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POLYMERS & PLASTICS. The term polymer comes from Greek words meaning "many parts". A polymer is a large molecule composed of repeating structural units. These units, called monomers, are connected by covalent chemical bonds. A polymer may be a natural or synthetic. POLYMERIZATION.

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POLYMERS & PLASTICS


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    1. POLYMERS&PLASTICS

    2. The term polymer comes from Greek words meaning "many parts". • A polymer is a large molecule composed of repeating structural units. • These units, called monomers, are connected by covalent chemical bonds. • A polymer may be a natural or synthetic.

    3. POLYMERIZATION • Aprocess of reacting monomer molecules together in a chemical reaction to form polymer chains. • Chemicalgroups are lost from the monomers so that they may join together.

    4. BIOPOLYMERS • Biopolymersare producedby living organisms. • Cellulose, starch and chitin, proteins and peptides, DNA and RNA arenaturalpoymers.

    5. The most common organic compound on Earth is cellulose. • They havecharacteristic compact shapes which determine their biological functions. • Naturally decomposes in environment in the presence of bacteriasorlightandwatereasily.

    6. SYNTHETICPOLYMERS • Chemicallymanufacturedfromseparatematerials. • Abundantly derivedfrom petroleum products. • Requires humanintervention.

    7. PLASTICS • We live in plastic age now. • The dawn of the plastic era was in 1950s. • This was when we first started to use plastic for consumer goods on a mass scale.

    8. Plastics are materials made of long strings of carbon and other elements. • Each plastic has been developed for a special purpose.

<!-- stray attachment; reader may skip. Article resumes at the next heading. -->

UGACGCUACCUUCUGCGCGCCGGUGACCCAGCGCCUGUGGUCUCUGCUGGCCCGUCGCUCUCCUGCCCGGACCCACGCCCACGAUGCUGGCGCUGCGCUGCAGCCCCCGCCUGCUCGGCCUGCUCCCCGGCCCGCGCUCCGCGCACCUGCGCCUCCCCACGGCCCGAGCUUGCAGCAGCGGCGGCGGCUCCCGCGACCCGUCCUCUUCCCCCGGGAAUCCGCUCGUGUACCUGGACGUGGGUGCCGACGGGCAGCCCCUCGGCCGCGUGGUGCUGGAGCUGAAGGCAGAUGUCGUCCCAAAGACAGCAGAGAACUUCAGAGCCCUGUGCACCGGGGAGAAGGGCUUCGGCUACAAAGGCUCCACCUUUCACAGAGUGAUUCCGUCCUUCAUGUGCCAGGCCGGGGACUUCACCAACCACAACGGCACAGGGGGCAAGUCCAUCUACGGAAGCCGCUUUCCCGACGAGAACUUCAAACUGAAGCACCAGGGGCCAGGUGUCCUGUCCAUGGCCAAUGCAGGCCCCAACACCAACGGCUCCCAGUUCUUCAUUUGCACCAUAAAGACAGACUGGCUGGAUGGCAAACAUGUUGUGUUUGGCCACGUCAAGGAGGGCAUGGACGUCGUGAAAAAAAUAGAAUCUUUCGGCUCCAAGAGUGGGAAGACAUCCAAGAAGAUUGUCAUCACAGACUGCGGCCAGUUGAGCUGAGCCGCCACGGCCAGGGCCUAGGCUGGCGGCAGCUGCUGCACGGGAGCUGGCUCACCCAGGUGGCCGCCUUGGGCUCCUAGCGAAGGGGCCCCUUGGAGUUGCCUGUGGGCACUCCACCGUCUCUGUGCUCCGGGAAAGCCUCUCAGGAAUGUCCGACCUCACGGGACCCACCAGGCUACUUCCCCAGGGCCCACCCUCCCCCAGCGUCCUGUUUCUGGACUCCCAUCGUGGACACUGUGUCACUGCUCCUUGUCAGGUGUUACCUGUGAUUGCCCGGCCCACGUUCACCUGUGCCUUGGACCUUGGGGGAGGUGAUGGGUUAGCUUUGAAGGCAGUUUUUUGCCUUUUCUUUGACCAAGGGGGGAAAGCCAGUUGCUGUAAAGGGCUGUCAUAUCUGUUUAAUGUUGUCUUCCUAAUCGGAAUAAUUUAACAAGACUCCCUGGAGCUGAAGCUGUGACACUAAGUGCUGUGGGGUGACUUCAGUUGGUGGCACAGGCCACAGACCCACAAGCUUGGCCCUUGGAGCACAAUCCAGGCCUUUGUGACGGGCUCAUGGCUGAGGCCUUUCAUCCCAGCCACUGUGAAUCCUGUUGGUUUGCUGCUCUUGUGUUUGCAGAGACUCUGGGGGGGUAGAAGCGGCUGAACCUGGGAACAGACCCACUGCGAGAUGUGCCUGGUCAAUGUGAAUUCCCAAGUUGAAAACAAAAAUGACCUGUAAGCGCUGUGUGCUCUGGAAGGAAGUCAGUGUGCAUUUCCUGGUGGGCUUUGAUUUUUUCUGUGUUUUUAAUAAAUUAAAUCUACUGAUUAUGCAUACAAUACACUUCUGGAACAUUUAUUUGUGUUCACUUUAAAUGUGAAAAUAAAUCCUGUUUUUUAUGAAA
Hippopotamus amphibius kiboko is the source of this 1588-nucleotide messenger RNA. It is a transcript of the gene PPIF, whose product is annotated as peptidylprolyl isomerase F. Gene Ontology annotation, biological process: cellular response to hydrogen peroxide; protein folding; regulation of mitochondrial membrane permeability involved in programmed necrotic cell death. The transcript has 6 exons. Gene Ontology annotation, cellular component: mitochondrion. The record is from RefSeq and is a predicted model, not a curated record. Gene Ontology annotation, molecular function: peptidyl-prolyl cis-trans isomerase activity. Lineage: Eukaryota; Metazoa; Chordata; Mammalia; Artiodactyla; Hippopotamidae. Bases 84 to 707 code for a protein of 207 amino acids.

9. Types of plastics depend on : • the starting monomer selected, • the length of polymer chains, • the type of modifying compounds added.

    10. THERMOPLASTICS soften with heat and harden with cooling. Examples : • Acrylic (Perspex) • Acrylo-nitrile (Nylon) • Polyethylene (Polythene) • Polypropylene • Poly Vinyl Acetate (PVA) • Poly Vinyl Chloride (PVC) • Polystyrene and ABS • PTFE (Teflon)

    11. THERMOSETS are cured or hardened by heat. Examples: • Bakelite • Epoxy • Melamine • Polyester • Polyurethane

    12. POLYETYLENE • Annual production of 80 million tonnes • Used as packacking and plastic bags

    13. PVC • used in clothing and upholstery • make flexible hoses and tubing, flooring • electrical cable insulation • Used in waterbeds, toys, inflatable structures,…

    14. POLYPROPYLENE Used in a wide variety of applications like: • Packagcing, textiles, • Loudspeakers • Automative components • Laboratory equipments • Polymer banknotes • And more…

    15. POLYTETRAFLUOROETHYLENE • Brand name is Teflon • used as a non-stick coating for pans and other cookwares • used in containers and pipework for reactive and corrosive chemicals • Reduces friction, wear and energy consumption of machinery.

    16. NYLON • first used commercially in a nylon-bristledtoothbrush(1938) • The first commerciallysuccessful synthetic polymer • used in so and so many applications.

    17. WHYPLASTICS? • Hard, tough and slippery • Soft and rubbery • Good insulators of heat or electricity • Light weight and flexible • Hygienic, cheap and non-rusting • Easy to shape and colour

    18. FACTS ABOUT PLASTIC PRODUCTION • Total production in the year 2009 is 100 million tones. • Total production was around 5 million tones in 1950s per year. • One tonne of plastics is equivalent to 20,000 two litre drinks bottles or 120,000 carrier bags.

    19. FACTS ABOUT PLASTIC CONSUMPTION • Plastics consumption is growing about 4% every year in Europe. • Plastic consumption by fields is shown next:

    20. The average American consumed 1.6 gallons of bottled water in 1976. • In 2006, that number jumped to 28.3 gallons. • Americans use 2.5 million plastic bottles every HOUR. • Every year we make enough plastic film to shrink-wrap the state of Texas.